Wildfires have burned more than 100 million acres and rangeland since 2000, and most of those fires were "megafires," according to Paul Hessburg, a research landscape ecologist who at an Ashland talk Wednesday defined megafires as wildfires burning more than 100,000 acres.
“Climate modeling shows us that we can expect a doubling or tripling of annual area burned by mid-century,” Hessburg said. “Many of our magical places will burn and we’ll lose many of the options those lands provide in terms of wildlife, clean water, recreation, lumber, or quality of life.”
Hessburg has researched Western landscape and wildfire ecology for 34 years with the Forest Service’s Pacific Northwest Research Station, and has been published extensively in leading scientific journals. The increase in large and atypical fires in his home state, Washington, including the Carlton Complex Fire, the largest megafire in state history, burning 256,000 acres and destroying 322 homes, motivated him to take his research public.
His research, coupled with the short documentary-style clips created by North 40 Productions, shaped an invigorating multi-media presentation. The performance flipped between compelling video-clips, accounts of real people, both suffering from wildfires and trying to prevent them, and information that frankly challenges popular belief.
Hessburg said that the “Big Burn” of 1910 which killed 87 people negatively changed the way we view wildfires. The forest service was then tasked with putting out as many wildfires as possible.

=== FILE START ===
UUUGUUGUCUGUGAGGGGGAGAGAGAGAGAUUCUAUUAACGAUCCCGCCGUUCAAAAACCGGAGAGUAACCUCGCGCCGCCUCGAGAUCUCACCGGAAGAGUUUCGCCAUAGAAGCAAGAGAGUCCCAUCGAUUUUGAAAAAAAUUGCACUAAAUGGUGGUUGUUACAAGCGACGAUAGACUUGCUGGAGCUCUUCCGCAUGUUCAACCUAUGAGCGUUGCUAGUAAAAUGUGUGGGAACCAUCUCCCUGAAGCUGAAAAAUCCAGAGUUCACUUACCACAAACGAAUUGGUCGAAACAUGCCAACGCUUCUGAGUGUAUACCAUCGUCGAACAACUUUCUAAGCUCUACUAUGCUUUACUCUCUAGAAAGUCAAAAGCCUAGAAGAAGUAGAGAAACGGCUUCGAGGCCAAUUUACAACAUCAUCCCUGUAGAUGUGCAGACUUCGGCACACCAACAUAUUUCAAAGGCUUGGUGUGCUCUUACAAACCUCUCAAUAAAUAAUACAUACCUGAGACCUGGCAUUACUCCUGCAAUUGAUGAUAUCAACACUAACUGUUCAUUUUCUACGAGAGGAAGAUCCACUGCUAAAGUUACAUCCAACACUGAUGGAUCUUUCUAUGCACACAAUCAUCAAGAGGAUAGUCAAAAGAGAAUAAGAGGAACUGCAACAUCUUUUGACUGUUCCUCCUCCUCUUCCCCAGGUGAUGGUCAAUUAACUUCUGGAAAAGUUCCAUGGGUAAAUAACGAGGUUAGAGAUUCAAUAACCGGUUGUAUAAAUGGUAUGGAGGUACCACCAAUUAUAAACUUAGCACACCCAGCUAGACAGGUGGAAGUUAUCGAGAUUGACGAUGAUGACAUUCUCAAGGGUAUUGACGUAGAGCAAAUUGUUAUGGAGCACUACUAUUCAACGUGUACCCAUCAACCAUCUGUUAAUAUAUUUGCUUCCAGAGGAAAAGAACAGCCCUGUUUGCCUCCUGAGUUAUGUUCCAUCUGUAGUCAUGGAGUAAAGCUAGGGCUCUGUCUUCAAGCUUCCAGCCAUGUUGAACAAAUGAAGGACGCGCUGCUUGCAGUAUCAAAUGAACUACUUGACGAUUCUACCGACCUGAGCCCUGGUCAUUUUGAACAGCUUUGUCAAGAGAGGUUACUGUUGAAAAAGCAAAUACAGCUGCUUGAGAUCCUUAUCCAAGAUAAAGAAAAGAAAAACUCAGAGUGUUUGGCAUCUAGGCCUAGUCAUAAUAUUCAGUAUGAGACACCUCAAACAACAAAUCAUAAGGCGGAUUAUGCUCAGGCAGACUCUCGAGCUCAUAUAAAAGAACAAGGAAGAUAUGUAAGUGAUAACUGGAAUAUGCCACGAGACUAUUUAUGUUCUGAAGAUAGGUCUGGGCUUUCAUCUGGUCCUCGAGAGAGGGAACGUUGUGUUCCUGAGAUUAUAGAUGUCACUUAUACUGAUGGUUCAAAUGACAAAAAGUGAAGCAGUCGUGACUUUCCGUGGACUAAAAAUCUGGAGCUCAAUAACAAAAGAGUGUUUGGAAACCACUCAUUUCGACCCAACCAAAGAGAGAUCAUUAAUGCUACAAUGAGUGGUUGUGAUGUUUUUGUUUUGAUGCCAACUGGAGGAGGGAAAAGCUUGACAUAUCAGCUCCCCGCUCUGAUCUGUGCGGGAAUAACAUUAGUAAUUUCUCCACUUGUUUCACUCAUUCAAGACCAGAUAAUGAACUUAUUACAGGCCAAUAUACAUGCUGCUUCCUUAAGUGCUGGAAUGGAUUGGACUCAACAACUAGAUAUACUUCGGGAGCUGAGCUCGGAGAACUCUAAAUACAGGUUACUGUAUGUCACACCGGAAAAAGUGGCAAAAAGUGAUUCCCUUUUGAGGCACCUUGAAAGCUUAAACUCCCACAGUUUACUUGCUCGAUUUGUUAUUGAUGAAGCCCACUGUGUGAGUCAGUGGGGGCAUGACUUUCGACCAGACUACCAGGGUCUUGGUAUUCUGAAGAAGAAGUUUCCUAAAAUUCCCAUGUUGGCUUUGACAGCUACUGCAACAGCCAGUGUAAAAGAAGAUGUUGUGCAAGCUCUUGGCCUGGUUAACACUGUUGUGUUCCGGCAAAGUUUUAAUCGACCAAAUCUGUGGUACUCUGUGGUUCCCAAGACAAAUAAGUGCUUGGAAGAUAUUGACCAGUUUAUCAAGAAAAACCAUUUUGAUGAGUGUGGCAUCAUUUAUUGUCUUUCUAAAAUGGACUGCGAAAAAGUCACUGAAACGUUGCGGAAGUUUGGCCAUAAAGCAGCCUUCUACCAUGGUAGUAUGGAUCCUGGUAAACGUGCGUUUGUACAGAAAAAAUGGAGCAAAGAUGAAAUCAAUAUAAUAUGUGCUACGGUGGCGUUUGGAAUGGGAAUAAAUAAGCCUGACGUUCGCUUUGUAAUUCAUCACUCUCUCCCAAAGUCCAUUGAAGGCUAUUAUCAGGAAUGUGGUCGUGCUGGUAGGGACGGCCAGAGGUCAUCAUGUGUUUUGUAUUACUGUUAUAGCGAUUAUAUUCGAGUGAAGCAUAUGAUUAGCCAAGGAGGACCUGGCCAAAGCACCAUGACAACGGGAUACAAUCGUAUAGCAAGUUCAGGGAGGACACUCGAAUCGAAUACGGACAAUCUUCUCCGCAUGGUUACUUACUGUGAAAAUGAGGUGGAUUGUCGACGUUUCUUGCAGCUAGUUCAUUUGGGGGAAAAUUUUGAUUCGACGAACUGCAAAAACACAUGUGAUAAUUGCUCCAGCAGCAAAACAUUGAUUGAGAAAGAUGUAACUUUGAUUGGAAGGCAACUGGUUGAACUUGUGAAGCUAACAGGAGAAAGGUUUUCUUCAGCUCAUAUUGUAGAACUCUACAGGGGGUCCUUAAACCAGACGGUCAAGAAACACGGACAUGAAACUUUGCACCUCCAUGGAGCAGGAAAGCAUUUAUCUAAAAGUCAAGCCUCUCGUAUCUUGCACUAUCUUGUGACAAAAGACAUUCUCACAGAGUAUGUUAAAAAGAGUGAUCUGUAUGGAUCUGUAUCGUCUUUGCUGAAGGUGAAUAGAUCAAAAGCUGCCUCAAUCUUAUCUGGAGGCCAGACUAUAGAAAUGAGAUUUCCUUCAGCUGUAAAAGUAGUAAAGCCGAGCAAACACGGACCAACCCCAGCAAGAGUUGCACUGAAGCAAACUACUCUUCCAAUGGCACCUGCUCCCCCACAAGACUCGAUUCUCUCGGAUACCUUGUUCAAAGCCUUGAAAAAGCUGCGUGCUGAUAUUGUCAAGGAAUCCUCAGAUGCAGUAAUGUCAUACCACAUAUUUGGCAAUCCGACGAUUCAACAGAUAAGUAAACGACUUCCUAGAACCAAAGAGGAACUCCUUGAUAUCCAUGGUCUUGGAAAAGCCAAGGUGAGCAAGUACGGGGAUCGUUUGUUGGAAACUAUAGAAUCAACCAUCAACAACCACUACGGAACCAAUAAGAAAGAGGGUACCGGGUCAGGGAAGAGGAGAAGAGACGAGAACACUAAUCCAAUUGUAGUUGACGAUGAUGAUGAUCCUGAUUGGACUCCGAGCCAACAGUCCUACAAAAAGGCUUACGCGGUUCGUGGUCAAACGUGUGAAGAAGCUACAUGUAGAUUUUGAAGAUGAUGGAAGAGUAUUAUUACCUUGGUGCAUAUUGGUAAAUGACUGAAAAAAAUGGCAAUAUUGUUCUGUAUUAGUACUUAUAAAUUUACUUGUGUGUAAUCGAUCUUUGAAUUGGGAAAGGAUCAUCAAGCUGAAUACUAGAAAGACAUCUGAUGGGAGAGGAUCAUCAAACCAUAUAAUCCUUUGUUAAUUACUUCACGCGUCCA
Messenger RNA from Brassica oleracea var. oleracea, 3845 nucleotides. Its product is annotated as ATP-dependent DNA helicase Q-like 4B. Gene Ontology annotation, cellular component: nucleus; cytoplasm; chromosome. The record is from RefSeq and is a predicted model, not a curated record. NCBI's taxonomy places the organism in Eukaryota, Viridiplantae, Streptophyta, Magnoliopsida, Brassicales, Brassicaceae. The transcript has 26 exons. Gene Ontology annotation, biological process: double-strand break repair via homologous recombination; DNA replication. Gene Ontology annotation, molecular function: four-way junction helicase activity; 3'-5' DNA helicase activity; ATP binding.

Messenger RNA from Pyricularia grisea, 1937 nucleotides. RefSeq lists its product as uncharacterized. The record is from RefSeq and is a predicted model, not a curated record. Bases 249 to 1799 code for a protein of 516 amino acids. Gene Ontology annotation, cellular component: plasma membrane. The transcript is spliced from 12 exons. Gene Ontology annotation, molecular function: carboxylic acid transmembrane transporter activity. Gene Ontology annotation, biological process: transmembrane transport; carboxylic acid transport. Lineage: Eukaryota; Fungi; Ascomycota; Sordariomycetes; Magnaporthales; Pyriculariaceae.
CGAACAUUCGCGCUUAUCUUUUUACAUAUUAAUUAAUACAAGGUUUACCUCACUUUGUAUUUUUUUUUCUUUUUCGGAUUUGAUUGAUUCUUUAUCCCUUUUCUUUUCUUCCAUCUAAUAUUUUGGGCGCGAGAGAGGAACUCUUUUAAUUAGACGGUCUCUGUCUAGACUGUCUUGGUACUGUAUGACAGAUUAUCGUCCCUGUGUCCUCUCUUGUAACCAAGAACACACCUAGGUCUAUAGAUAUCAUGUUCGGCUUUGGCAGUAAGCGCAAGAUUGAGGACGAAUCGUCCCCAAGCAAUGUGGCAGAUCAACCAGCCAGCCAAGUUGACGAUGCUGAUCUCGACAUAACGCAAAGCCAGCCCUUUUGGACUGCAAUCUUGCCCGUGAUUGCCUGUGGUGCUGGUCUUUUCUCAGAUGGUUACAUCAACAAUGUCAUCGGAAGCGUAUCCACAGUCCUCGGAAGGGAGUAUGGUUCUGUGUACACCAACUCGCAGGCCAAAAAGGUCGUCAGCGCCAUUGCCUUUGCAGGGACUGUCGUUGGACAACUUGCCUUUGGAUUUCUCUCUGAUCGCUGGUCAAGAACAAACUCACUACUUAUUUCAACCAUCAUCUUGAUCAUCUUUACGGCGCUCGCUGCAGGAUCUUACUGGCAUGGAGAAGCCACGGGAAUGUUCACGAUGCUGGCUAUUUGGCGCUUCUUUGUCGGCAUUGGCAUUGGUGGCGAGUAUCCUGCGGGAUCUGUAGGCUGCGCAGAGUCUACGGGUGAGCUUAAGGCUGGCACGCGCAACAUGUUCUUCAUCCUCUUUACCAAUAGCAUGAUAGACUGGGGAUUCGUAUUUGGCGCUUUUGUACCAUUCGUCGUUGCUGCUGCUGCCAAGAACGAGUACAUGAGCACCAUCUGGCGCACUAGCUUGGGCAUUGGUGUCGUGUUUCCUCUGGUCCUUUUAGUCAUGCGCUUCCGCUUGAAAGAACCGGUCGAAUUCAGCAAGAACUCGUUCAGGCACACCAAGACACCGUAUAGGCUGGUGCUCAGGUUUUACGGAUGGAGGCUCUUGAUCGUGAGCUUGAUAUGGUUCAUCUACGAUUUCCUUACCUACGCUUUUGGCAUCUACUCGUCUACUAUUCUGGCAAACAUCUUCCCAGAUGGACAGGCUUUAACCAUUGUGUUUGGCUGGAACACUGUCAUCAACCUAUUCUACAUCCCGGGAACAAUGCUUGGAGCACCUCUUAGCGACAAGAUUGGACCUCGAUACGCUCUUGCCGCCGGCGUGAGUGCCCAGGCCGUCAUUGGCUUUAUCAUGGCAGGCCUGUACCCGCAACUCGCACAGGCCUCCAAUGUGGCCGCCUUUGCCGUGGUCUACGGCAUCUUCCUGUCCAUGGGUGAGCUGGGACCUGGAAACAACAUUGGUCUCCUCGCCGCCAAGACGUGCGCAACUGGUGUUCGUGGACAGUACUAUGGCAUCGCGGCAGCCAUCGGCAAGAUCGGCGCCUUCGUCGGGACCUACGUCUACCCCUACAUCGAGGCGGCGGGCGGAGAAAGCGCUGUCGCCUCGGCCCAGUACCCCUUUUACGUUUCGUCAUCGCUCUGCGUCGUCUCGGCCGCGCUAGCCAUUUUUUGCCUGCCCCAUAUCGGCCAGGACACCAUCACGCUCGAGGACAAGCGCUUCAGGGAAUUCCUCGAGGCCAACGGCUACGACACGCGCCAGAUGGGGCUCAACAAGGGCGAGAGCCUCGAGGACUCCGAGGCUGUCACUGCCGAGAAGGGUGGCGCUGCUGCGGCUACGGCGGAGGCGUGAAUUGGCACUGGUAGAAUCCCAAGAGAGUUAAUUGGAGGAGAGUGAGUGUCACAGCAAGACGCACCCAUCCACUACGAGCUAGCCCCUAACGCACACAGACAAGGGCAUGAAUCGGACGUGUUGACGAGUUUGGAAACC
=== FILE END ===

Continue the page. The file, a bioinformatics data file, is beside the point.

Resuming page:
Many people believe that forests should be lush, green, and filled with trees. But according to Hessburg, that is a false ideology that produces a breeding ground for large wildfires.
Wildfire is a natural resource that allows forest ecology to thrive, he said, expaining that natural wildfire, without human interaction, burns in small patches, singing the minor greenery and allowing a plethora of natural healthy outcomes such as giving certain plants necessary nutrients, causing landslides that form spawning pools for native fish in waterways and ultimately leaving space for other wildfires to burn without damaging the natural order of the forests.
By suppressing fires and eliminating this natural cycle, the forests are facing an epidemic of too many trees, according to Hessburg. This overcrowding creates “fuel ladders” permitting fire to quickly spread from the smaller vegetation on the ground to the top levels of the tree canopy, consuming everything in its wake and quickly spreading to larger areas. There are other negative side effects of a densely layered forest, he said, such as an influx of insects and spread of disease.
Climate change and the current epidemic of our forests will increase wildfires by two to three times the current amount by 2050, predicted Hessburg.
“Warmer temperatures and larger fires are a reality for the future,” Hessburg said. “If we deal with these issues in a manner consistent with the natural fire regime, we can influence the severity of some of these fires.”